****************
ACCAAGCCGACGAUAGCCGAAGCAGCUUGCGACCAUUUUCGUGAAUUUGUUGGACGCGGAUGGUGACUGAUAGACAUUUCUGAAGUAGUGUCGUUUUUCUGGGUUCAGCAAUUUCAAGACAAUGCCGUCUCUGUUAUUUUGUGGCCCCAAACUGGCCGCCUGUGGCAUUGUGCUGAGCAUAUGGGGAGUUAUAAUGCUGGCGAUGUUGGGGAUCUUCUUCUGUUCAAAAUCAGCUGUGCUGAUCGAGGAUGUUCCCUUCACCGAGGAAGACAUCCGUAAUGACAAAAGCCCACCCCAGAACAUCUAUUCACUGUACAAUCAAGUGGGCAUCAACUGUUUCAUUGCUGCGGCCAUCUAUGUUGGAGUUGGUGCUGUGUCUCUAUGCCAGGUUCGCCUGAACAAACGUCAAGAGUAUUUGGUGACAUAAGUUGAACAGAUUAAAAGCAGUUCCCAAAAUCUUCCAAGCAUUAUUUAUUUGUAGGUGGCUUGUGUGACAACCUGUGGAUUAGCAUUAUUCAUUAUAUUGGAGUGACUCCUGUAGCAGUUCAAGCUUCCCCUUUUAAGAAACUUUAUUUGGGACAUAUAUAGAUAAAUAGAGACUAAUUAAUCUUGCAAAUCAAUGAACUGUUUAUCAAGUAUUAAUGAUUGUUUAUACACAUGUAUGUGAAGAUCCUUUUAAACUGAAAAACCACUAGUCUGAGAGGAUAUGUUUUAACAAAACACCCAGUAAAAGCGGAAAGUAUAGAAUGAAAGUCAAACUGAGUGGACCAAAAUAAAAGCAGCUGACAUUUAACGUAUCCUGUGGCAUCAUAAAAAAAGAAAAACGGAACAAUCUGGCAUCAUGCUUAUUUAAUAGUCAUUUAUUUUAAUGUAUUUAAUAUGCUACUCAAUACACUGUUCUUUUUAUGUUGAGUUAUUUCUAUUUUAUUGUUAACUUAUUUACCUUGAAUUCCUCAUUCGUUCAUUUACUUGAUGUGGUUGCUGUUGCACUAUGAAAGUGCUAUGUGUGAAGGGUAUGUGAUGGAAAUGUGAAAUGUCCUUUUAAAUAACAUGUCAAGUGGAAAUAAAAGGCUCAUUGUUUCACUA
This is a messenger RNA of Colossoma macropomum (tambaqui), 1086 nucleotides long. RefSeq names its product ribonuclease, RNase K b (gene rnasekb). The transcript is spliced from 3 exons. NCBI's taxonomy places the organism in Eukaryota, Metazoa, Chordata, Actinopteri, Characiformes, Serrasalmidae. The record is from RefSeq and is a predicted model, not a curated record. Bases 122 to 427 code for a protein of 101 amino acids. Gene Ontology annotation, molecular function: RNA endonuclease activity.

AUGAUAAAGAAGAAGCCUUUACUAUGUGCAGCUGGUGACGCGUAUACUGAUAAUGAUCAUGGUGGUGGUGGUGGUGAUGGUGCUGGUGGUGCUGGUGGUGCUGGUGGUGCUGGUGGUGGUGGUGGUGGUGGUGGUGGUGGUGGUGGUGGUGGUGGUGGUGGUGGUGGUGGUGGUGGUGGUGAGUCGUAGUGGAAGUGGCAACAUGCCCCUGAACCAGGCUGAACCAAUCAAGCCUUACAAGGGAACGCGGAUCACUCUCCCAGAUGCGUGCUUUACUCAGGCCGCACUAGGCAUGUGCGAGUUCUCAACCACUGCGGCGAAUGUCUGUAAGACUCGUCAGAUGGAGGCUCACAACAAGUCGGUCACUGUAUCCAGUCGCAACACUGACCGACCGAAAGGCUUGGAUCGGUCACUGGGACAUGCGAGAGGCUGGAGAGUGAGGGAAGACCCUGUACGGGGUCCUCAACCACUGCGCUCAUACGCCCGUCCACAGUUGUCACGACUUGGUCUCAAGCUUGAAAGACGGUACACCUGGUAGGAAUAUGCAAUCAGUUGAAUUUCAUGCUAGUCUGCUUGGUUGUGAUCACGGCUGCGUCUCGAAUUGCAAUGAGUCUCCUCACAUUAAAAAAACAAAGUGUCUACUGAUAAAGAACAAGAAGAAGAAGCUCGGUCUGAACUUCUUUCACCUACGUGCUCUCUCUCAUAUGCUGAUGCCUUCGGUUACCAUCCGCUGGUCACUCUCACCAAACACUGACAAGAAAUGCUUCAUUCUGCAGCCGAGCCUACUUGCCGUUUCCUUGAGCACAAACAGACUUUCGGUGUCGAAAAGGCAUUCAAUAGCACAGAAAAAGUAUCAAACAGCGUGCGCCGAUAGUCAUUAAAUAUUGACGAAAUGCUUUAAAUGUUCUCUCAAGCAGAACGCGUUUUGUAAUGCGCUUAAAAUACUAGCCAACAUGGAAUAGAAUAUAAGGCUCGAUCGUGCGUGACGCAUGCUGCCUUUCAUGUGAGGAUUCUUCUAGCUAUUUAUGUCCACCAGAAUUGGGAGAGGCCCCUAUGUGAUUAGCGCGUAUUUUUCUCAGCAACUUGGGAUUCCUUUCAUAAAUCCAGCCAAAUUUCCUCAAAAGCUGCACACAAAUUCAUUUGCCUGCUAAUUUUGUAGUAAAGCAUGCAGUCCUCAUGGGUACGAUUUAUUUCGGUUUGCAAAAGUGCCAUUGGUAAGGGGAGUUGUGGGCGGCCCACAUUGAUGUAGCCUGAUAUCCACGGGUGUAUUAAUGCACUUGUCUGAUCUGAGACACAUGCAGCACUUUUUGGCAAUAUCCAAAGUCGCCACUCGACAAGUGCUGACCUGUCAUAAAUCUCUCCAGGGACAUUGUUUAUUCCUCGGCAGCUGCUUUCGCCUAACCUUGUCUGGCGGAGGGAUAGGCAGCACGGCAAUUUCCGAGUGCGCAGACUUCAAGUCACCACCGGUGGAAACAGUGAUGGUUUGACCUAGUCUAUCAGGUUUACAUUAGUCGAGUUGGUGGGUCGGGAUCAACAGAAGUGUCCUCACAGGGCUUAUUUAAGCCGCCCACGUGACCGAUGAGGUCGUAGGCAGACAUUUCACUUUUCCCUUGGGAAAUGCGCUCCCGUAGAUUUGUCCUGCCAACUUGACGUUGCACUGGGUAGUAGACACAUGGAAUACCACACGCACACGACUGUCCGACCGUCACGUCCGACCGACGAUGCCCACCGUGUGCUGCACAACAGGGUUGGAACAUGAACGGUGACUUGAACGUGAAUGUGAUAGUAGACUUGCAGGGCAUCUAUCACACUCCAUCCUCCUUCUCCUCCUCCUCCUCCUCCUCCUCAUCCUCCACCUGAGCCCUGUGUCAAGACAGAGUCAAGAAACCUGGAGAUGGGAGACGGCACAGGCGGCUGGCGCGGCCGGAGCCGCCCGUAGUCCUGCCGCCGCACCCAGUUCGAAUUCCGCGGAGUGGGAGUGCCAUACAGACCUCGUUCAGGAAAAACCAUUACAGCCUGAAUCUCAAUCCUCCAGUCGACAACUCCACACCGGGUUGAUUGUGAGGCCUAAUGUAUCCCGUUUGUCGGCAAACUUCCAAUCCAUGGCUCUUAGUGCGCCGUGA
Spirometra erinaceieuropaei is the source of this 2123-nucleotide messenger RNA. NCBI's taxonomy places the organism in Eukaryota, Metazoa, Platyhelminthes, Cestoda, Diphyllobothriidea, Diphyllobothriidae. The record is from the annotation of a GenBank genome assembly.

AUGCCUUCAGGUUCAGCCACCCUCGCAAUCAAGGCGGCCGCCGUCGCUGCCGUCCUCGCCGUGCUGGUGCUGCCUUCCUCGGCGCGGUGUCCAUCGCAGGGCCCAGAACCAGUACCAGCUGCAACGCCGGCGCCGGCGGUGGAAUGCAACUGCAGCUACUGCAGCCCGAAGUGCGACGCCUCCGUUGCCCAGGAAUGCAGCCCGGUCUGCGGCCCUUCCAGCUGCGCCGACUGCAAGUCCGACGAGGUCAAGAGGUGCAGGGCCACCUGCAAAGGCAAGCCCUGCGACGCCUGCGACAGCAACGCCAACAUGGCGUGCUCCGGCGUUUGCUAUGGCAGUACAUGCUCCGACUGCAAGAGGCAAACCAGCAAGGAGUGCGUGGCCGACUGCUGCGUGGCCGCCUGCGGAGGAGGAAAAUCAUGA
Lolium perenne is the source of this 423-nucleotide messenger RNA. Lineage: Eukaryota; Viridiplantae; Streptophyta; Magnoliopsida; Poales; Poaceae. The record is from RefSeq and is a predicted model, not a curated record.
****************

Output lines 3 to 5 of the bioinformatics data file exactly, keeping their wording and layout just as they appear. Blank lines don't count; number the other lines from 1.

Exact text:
AUGAUAAAGAAGAAGCCUUUACUAUGUGCAGCUGGUGACGCGUAUACUGAUAAUGAUCAUGGUGGUGGUGGUGGUGAUGGUGCUGGUGGUGCUGGUGGUGCUGGUGGUGCUGGUGGUGGUGGUGGUGGUGGUGGUGGUGGUGGUGGUGGUGGUGGUGGUGGUGGUGGUGGUGGUGGUGGUGAGUCGUAGUGGAAGUGGCAACAUGCCCCUGAACCAGGCUGAACCAAUCAAGCCUUACAAGGGAACGCGGAUCACUCUCCCAGAUGCGUGCUUUACUCAGGCCGCACUAGGCAUGUGCGAGUUCUCAACCACUGCGGCGAAUGUCUGUAAGACUCGUCAGAUGGAGGCUCACAACAAGUCGGUCACUGUAUCCAGUCGCAACACUGACCGACCGAAAGGCUUGGAUCGGUCACUGGGACAUGCGAGAGGCUGGAGAGUGAGGGAAGACCCUGUACGGGGUCCUCAACCACUGCGCUCAUACGCCCGUCCACAGUUGUCACGACUUGGUCUCAAGCUUGAAAGACGGUACACCUGGUAGGAAUAUGCAAUCAGUUGAAUUUCAUGCUAGUCUGCUUGGUUGUGAUCACGGCUGCGUCUCGAAUUGCAAUGAGUCUCCUCACAUUAAAAAAACAAAGUGUCUACUGAUAAAGAACAAGAAGAAGAAGCUCGGUCUGAACUUCUUUCACCUACGUGCUCUCUCUCAUAUGCUGAUGCCUUCGGUUACCAUCCGCUGGUCACUCUCACCAAACACUGACAAGAAAUGCUUCAUUCUGCAGCCGAGCCUACUUGCCGUUUCCUUGAGCACAAACAGACUUUCGGUGUCGAAAAGGCAUUCAAUAGCACAGAAAAAGUAUCAAACAGCGUGCGCCGAUAGUCAUUAAAUAUUGACGAAAUGCUUUAAAUGUUCUCUCAAGCAGAACGCGUUUUGUAAUGCGCUUAAAAUACUAGCCAACAUGGAAUAGAAUAUAAGGCUCGAUCGUGCGUGACGCAUGCUGCCUUUCAUGUGAGGAUUCUUCUAGCUAUUUAUGUCCACCAGAAUUGGGAGAGGCCCCUAUGUGAUUAGCGCGUAUUUUUCUCAGCAACUUGGGAUUCCUUUCAUAAAUCCAGCCAAAUUUCCUCAAAAGCUGCACACAAAUUCAUUUGCCUGCUAAUUUUGUAGUAAAGCAUGCAGUCCUCAUGGGUACGAUUUAUUUCGGUUUGCAAAAGUGCCAUUGGUAAGGGGAGUUGUGGGCGGCCCACAUUGAUGUAGCCUGAUAUCCACGGGUGUAUUAAUGCACUUGUCUGAUCUGAGACACAUGCAGCACUUUUUGGCAAUAUCCAAAGUCGCCACUCGACAAGUGCUGACCUGUCAUAAAUCUCUCCAGGGACAUUGUUUAUUCCUCGGCAGCUGCUUUCGCCUAACCUUGUCUGGCGGAGGGAUAGGCAGCACGGCAAUUUCCGAGUGCGCAGACUUCAAGUCACCACCGGUGGAAACAGUGAUGGUUUGACCUAGUCUAUCAGGUUUACAUUAGUCGAGUUGGUGGGUCGGGAUCAACAGAAGUGUCCUCACAGGGCUUAUUUAAGCCGCCCACGUGACCGAUGAGGUCGUAGGCAGACAUUUCACUUUUCCCUUGGGAAAUGCGCUCCCGUAGAUUUGUCCUGCCAACUUGACGUUGCACUGGGUAGUAGACACAUGGAAUACCACACGCACACGACUGUCCGACCGUCACGUCCGACCGACGAUGCCCACCGUGUGCUGCACAACAGGGUUGGAACAUGAACGGUGACUUGAACGUGAAUGUGAUAGUAGACUUGCAGGGCAUCUAUCACACUCCAUCCUCCUUCUCCUCCUCCUCCUCCUCCUCCUCAUCCUCCACCUGAGCCCUGUGUCAAGACAGAGUCAAGAAACCUGGAGAUGGGAGACGGCACAGGCGGCUGGCGCGGCCGGAGCCGCCCGUAGUCCUGCCGCCGCACCCAGUUCGAAUUCCGCGGAGUGGGAGUGCCAUACAGACCUCGUUCAGGAAAAACCAUUACAGCCUGAAUCUCAAUCCUCCAGUCGACAACUCCACACCGGGUUGAUUGUGAGGCCUAAUGUAUCCCGUUUGUCGGCAAACUUCCAAUCCAUGGCUCUUAGUGCGCCGUGA
Spirometra erinaceieuropaei is the source of this 2123-nucleotide messenger RNA. NCBI's taxonomy places the organism in Eukaryota, Metazoa, Platyhelminthes, Cestoda, Diphyllobothriidea, Diphyllobothriidae. The record is from the annotation of a GenBank genome assembly.

AUGCCUUCAGGUUCAGCCACCCUCGCAAUCAAGGCGGCCGCCGUCGCUGCCGUCCUCGCCGUGCUGGUGCUGCCUUCCUCGGCGCGGUGUCCAUCGCAGGGCCCAGAACCAGUACCAGCUGCAACGCCGGCGCCGGCGGUGGAAUGCAACUGCAGCUACUGCAGCCCGAAGUGCGACGCCUCCGUUGCCCAGGAAUGCAGCCCGGUCUGCGGCCCUUCCAGCUGCGCCGACUGCAAGUCCGACGAGGUCAAGAGGUGCAGGGCCACCUGCAAAGGCAAGCCCUGCGACGCCUGCGACAGCAACGCCAACAUGGCGUGCUCCGGCGUUUGCUAUGGCAGUACAUGCUCCGACUGCAAGAGGCAAACCAGCAAGGAGUGCGUGGCCGACUGCUGCGUGGCCGCCUGCGGAGGAGGAAAAUCAUGA